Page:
Then just combine the like terms and start pulling perfect squares out. This method shows how to use the multiplication tables that are usually memorized to solve problems that go beyond them, too:

Final answer:

Someone who knows their multiplication tables should immediately have 9 x 12 spring to mind for 108, so that’s start with that:

Now to re-write the factors of 9 and 12 as their prime decompositions, which I can do in my head (and so will you and your kids, after a bit of practice) but will write them out here for clarity:

Then it’s a simple matter of applying the exponent rules in reverse. Taking the square root of something squared, as almost everything under the radical sign is squared, is really asking “What would this be before it was squared?” Pull the answers out and leave the rest inside.

Simple.

This is the easiest one of all, thanks to the FTOA. Re-write the 30 as its prime decomposition to make sure there’s no perfect square hiding in there, and write out the variable in a way that will let us pull out the perfect square:

The rest of it can be left under the radical:

Word problems are what terrify most people about algebra and beyond, and I almost included a couple of them here, but I’m going to save them for a special series on how word problems are really surprisingly easy.

I hope this serves to demonstrate how knowing arithmetic really well and learning to think in terms of factors, especially prime factors, makes algebra fun and interesting, not terribly difficult.

Next post: really going to try to get to the sign rules next this time, ha ha!

**About My Substack: **I’m a data scientist who would rather be a math teacher but, being unwilling to brainwash kids into Woke nonsense, am presently unqualified to teach in the US. So I bring my “math is fun and anyone can learn it” approach to mathematics here to Substack in my series, “How to Not Suck at Math,” (first five entries not paywalled, links at the top of part 5, here). Paid subscribers also have access to a creative writing series in which I post a variety of things, including fiction, descriptions, and other “writing experiments,” along with personal stories that don’t relate to Larger Points I Want To Make About The World.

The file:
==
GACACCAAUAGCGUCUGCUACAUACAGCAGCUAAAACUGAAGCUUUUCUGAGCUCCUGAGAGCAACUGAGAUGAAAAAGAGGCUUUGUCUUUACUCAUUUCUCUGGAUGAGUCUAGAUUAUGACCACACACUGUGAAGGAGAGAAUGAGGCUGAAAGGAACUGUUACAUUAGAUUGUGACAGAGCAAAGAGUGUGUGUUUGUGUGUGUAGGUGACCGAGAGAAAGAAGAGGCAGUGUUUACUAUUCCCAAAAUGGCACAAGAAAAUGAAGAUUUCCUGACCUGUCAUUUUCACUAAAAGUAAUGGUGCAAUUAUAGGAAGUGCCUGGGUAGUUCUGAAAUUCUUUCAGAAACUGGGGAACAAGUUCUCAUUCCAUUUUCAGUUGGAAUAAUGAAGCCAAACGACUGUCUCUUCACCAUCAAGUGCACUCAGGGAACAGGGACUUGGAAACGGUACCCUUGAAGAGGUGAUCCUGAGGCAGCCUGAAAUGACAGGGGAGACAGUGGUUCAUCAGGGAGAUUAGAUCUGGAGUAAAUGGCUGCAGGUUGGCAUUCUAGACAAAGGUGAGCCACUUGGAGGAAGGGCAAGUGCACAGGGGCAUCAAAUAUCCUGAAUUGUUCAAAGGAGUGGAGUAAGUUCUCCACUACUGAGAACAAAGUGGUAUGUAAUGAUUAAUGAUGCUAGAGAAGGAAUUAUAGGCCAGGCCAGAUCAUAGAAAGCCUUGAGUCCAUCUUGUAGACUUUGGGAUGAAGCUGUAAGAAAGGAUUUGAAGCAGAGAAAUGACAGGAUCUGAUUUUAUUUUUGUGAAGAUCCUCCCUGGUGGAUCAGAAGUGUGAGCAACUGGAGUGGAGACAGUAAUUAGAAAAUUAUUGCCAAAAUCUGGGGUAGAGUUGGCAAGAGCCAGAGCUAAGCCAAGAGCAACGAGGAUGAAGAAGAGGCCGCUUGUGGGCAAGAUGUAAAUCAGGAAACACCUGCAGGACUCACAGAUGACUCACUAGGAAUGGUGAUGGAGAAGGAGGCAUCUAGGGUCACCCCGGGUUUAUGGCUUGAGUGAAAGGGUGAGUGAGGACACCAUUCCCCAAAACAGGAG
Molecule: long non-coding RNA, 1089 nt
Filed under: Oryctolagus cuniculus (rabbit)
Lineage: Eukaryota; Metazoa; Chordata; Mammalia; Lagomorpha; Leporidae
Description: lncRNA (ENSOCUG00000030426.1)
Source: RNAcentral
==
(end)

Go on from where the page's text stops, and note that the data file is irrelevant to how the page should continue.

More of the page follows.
My other posts are mostly cultural takes from a broadly anti-Woke perspective—yes, I’m one of those annoying classical liberals who would’ve been considered on the left until ten seconds ago. Lately I’ve regained a childhood love of reading and started publishing book reviews, including of the Wokest novel I’ve ever read and a memoir by Rob Henderson. My most widely useful essay may be this one, about how to resist the demon of self-termination.

OK you've sold me. When you did the factoring in the previous lesson I thought that seemed odd, but the light bulb just went on in this one. You are a genius.

One little trickette to mention somewhere

(n+1)^2 = n^2 + n + (n+1)

(n+2)^2 = n^2 +n+n + (n+2) + (n+2) = n^2 + 2n +2(n+2) = n^2+2(n+2+n)

So if you know 12x12=144 then 13x13 = 144 + 12 + 13 and 14x14=144+2x(12+14)

And relatedly for (n-1)^2 (and (n-2)^2 but that's probably not as useful )

So if you know 12x12=144, 16x16=256 and 20x20=400 then you can quite easily calculate 13x13, 14x14 15x15 17x17 18x18 and 19x19.

Oh and because lots of people ask why do you care? explain this is how you order carpet or floor tiling (or wall paper....) and get enough to cover